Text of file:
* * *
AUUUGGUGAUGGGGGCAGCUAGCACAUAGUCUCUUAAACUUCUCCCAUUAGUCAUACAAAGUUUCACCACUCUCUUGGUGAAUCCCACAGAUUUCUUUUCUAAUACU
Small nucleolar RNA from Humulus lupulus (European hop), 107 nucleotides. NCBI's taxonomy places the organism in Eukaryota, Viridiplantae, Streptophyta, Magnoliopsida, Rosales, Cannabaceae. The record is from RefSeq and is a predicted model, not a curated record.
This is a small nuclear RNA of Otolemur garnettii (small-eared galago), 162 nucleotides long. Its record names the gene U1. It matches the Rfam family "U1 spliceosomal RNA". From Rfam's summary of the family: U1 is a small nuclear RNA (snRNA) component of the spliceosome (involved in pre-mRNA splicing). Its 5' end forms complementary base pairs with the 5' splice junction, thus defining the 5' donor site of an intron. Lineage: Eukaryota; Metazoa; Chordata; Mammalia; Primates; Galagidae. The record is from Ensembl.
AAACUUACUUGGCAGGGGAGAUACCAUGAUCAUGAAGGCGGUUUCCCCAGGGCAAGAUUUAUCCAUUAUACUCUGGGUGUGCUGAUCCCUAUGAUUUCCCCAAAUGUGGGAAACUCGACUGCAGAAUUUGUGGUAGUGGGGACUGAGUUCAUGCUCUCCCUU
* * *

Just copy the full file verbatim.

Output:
AUUUGGUGAUGGGGGCAGCUAGCACAUAGUCUCUUAAACUUCUCCCAUUAGUCAUACAAAGUUUCACCACUCUCUUGGUGAAUCCCACAGAUUUCUUUUCUAAUACU
Small nucleolar RNA from Humulus lupulus (European hop), 107 nucleotides. NCBI's taxonomy places the organism in Eukaryota, Viridiplantae, Streptophyta, Magnoliopsida, Rosales, Cannabaceae. The record is from RefSeq and is a predicted model, not a curated record.
This is a small nuclear RNA of Otolemur garnettii (small-eared galago), 162 nucleotides long. Its record names the gene U1. It matches the Rfam family "U1 spliceosomal RNA". From Rfam's summary of the family: U1 is a small nuclear RNA (snRNA) component of the spliceosome (involved in pre-mRNA splicing). Its 5' end forms complementary base pairs with the 5' splice junction, thus defining the 5' donor site of an intron. Lineage: Eukaryota; Metazoa; Chordata; Mammalia; Primates; Galagidae. The record is from Ensembl.
AAACUUACUUGGCAGGGGAGAUACCAUGAUCAUGAAGGCGGUUUCCCCAGGGCAAGAUUUAUCCAUUAUACUCUGGGUGUGCUGAUCCCUAUGAUUUCCCCAAAUGUGGGAAACUCGACUGCAGAAUUUGUGGUAGUGGGGACUGAGUUCAUGCUCUCCCUU